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Errors in planning, communication likely led parents at Monte Vista to file restroom complaint

Errors in planning, communication likely led parents at Monte Vista to file restroom complaint
An edifice near Monta Vista Elementary School in La Crescenta. Parents with children at the school have filed a Williams complaint against the Glendale Unified School District, saying the district hasn't provided adequate restrooms for some of its kids. (Tim Berger / Glendale News-Press)

Rapid expansion, leadership changes and a communications breakdown the past few years may have pushed some Monte Vista Elementary parents to seek answers through a complaint filed last month against the Glendale Unified School District.

On March 7, a group of Monte Vista parents alleged students, primarily those in the dual-immersion Korean Foreign Languages Academy of Glendale, or FLAG, program lacked adequate restroom facilities as part of what is known as a Williams complaint.

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The hardships were allegedly worse for kindergartners, who either walked long distances to reach a restroom, avoided the facilities altogether, urinated on themselves or even used diapers.

The complaint also states the restrooms for the older girls need at least two more stalls in order to be compliant with California’s required ratio of one stall per 30 girls.

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District personnel last week denied knowing about any students wearing diapers and did not have evidence of a higher-than-normal number of children urinating on themselves.

Glendale Unified officials have 60 days to respond to the complaint.

What district staff and some school board members did acknowledge, however, were shortcomings related to Monte Vista’s bungalows.

Seven of the school’s 12 FLAG classes use bungalows, and plans to replace those portables have fallen through the cracks, according to school officials.

While holding a copy of a February 2016 plan over his head during a special meeting on March 26, Greg Krikorian, school board president, said, “Even in here, it even identifies Monte Vista and Glenoaks [elementary schools] as future projects for long-term plans.”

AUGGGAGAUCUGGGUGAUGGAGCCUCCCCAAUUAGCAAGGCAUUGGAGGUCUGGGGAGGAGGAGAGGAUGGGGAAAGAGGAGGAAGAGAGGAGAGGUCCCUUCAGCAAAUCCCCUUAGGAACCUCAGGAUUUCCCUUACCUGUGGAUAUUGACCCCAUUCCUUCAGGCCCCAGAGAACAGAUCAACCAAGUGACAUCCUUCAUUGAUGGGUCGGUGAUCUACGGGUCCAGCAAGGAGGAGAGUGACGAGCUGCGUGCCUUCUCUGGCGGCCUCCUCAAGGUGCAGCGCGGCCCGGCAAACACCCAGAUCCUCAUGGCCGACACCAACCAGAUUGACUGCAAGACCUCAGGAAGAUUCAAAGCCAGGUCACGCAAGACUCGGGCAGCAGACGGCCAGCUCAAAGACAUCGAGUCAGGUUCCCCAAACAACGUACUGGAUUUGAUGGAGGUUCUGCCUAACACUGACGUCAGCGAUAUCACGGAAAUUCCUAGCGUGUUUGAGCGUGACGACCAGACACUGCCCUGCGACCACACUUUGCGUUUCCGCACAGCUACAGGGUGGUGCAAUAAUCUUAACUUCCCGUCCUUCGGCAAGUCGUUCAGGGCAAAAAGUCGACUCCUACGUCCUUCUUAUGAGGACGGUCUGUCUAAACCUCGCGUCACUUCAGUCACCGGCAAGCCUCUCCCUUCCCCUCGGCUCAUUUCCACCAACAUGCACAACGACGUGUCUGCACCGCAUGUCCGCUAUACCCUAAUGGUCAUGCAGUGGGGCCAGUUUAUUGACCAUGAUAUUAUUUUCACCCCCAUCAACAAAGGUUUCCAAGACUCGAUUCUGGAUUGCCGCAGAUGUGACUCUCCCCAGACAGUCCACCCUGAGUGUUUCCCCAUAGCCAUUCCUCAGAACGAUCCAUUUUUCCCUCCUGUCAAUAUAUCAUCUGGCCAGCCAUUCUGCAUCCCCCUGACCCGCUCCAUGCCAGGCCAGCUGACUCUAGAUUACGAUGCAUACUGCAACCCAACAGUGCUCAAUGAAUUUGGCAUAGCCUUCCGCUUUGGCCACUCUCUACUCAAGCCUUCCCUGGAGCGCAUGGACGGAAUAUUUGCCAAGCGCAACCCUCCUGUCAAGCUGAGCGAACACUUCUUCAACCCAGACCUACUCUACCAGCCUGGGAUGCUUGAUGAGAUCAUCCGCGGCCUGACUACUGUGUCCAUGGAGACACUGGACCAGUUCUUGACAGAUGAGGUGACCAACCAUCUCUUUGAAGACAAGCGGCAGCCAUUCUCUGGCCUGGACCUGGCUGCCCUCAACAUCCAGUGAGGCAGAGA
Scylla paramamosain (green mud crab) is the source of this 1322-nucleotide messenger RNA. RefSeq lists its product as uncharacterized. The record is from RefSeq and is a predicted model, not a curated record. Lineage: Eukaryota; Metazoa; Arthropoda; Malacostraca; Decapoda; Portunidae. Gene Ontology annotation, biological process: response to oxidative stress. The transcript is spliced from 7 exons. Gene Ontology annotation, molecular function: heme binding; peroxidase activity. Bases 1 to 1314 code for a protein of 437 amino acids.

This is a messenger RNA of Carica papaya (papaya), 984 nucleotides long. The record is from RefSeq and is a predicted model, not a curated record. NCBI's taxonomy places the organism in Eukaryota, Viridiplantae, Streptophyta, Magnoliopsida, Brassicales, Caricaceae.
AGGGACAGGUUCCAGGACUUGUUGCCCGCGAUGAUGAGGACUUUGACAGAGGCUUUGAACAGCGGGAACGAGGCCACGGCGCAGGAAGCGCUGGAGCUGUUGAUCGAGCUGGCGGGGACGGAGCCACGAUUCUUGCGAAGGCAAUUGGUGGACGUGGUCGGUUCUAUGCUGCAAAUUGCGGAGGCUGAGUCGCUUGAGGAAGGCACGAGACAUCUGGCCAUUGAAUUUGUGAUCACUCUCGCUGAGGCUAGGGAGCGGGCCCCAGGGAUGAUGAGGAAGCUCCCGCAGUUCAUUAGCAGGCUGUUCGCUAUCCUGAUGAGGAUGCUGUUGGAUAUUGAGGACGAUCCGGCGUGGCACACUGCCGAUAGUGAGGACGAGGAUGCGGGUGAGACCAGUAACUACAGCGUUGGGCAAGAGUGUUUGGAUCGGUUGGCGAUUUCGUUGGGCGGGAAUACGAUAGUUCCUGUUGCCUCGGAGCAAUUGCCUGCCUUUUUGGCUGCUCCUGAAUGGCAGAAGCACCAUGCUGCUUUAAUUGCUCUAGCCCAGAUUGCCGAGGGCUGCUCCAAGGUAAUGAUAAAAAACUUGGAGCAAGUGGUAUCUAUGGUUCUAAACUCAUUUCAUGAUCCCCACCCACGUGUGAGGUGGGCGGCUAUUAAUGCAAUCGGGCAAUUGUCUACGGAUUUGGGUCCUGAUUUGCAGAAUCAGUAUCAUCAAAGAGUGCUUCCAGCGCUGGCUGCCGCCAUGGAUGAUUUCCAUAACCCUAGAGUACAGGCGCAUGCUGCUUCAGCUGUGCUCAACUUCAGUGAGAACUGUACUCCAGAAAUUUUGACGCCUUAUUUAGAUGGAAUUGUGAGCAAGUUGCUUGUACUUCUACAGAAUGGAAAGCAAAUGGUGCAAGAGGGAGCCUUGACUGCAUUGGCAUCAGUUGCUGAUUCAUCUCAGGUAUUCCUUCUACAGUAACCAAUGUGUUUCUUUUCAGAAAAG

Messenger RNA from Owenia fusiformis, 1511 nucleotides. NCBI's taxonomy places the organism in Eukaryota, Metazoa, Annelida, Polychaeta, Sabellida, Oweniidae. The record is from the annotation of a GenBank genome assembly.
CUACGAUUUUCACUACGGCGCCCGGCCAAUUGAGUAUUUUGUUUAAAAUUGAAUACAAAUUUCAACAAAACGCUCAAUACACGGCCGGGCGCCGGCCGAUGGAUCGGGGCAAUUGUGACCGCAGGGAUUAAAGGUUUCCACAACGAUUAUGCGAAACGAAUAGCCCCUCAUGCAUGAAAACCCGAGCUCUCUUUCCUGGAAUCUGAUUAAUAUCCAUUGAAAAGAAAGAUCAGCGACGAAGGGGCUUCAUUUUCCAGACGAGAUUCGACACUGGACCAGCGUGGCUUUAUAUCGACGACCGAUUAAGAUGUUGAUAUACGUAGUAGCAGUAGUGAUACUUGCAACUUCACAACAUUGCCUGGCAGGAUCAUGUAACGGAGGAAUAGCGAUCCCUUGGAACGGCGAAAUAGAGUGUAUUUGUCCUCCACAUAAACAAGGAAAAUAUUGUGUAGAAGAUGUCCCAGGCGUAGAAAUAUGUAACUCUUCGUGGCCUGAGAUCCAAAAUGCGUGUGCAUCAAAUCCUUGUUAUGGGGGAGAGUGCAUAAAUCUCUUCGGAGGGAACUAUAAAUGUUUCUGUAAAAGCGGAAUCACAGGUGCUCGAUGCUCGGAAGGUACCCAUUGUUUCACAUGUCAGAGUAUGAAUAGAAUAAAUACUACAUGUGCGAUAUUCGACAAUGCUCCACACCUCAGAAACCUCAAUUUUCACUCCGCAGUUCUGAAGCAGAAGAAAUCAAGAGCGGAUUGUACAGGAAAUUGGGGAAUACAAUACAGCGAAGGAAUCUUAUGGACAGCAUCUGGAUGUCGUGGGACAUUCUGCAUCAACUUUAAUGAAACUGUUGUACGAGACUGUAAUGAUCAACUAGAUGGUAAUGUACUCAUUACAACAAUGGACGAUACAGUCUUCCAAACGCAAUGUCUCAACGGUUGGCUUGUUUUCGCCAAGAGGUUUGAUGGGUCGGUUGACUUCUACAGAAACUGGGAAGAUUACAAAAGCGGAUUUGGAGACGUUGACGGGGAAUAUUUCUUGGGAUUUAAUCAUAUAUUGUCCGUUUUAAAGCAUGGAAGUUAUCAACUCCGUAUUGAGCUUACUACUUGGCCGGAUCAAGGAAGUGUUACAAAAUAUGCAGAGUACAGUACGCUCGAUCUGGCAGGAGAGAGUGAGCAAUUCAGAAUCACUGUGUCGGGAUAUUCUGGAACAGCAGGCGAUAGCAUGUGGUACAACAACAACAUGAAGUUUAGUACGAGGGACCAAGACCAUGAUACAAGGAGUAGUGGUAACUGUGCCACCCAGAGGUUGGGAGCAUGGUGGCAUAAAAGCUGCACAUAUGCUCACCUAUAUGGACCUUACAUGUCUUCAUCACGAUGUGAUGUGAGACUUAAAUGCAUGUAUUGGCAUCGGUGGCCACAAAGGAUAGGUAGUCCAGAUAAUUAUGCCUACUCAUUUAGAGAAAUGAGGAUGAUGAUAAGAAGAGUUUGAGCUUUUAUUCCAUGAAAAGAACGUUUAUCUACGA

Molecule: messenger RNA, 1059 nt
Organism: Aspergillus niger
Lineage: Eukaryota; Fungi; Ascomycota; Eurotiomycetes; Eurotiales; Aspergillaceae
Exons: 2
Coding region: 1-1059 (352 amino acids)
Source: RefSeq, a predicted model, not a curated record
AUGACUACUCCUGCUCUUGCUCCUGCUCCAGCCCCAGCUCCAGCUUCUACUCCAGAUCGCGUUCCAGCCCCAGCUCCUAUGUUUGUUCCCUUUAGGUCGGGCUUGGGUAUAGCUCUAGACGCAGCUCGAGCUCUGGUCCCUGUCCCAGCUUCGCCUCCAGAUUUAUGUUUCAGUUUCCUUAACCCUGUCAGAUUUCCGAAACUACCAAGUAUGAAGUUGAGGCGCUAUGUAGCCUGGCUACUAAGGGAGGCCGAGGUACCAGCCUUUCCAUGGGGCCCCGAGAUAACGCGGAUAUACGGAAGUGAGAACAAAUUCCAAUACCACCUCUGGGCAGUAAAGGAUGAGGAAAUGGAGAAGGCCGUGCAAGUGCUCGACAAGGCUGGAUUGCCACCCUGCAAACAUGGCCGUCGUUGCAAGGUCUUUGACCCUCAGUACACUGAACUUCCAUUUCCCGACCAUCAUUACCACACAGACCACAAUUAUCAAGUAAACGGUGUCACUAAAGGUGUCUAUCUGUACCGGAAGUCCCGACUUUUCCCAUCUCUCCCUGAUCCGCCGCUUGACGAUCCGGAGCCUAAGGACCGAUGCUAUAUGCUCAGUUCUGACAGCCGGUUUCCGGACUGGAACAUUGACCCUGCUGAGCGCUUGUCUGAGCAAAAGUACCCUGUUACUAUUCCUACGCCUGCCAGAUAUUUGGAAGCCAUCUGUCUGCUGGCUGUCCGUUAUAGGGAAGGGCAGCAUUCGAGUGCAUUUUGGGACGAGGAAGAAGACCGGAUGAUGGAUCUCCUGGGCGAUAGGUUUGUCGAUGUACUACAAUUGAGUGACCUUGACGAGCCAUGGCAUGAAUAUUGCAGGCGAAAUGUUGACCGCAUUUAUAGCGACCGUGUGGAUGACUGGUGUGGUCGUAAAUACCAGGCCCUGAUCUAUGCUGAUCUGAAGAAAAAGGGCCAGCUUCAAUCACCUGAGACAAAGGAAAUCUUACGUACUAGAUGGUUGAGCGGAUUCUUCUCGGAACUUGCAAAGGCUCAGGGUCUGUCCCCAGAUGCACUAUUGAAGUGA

Stephen Dickinson, the district’s chief business and financial officer, said proposals had been talked about even before he arrived at the district in April 2017.

“I’ve seen the reference to a $10-million estimate for the Monte Vista replacement of bungalows,” Dickinson said during the special meeting on March 26. “That’s been referenced for years.”

Krikorian mentioned plans had been kicked around during the terms of previous chief business officers Eva Lueck and Robert McEntire and interim officer Cheryl Plotkin, who took over for McEntire in August 2016 and held the post temporarily until Dickinson was hired.

“There’s a transition when Eva Lueck and Robert McEntire were here,” Krikorian said. “There was a gap when Mr. McEntire left. It took a little while to find a [chief business officer].”

Krikorian added, “This is a fact now, and I’m noticing these gaps. A lot of these questions and things we’re asking were already delineated. When there was a transition of leadership, there’s some communication gaps that happened with some of this information. That’s a fact.”

The district has aggressively eliminated bungalows using local Measure S bond funds and state overcrowding relief grants.

“Over the past few years, older bungalows have been replaced with new buildings at 13 GUSD school sites,” the district’s communications director, Kristine Nam, said in an email.

She added, “Now that older bungalows on other GUSD campuses have been replaced, the bungalows at Monte Vista and Glenoaks elementary schools are among the oldest in the district.”

Monte Vista did not qualify for a state overcrowding grant, according to Dickinson.

“It had to be a site that was fairly limited on space already and didn’t have much play space,” Dickinson said. “That’s why several sites that do have portables, like Monte Vista and Glenoaks, did not qualify.”

Although it is believed Monte Vista has had bungalows since 1993, the school brought some as recently as 2015.

The bungalows became invaluable after the introduction of the Korean FLAG program, which Krikorian championed back in 2010.

Since that year’s first kindergarten cohort, Monte Vista’s population has grown from 585 students during the 2010-11 school year to 811 this school year, according to figures from the California Department of Education.

The Williams complaint states many FLAG students suffered without additional restrooms, let alone permanent classrooms.

According to the complaint, some students have had to traverse considerable distances to use a restroom, such as the 100-yard walk from Elizabeth Nakano’s third-grade class to the nearest girls’ facility.

In the case of FLAG kindergartners in the bungalows, students in Stella Kim’s and Ann-Marie Fong’s classes do not have bathrooms installed in their classrooms, as is the case in Beth Hank’s permanent structure for her kindergarten class.

Nam countered that, “prior to this winter, there has never been a request from staff or parents for updated bathroom facilities at Monte Vista.”

Nonetheless, she said the district committed $18,000 to bungalow “beautification projects” at Monte Vista in January, which will be done this spring and summer.

For the short term, district officials may consider “adding bathroom structures closer to the bungalows or moving classrooms with younger students from bungalows into the main building,” Nam said.

As for long-term plans, Krikorian said Glendale Unified will hold off on establishing those until the district hires a new facilities manager.

“Once we get him or her involved … the team will take a helicopter view and talk to our stakeholders, too,” he said.

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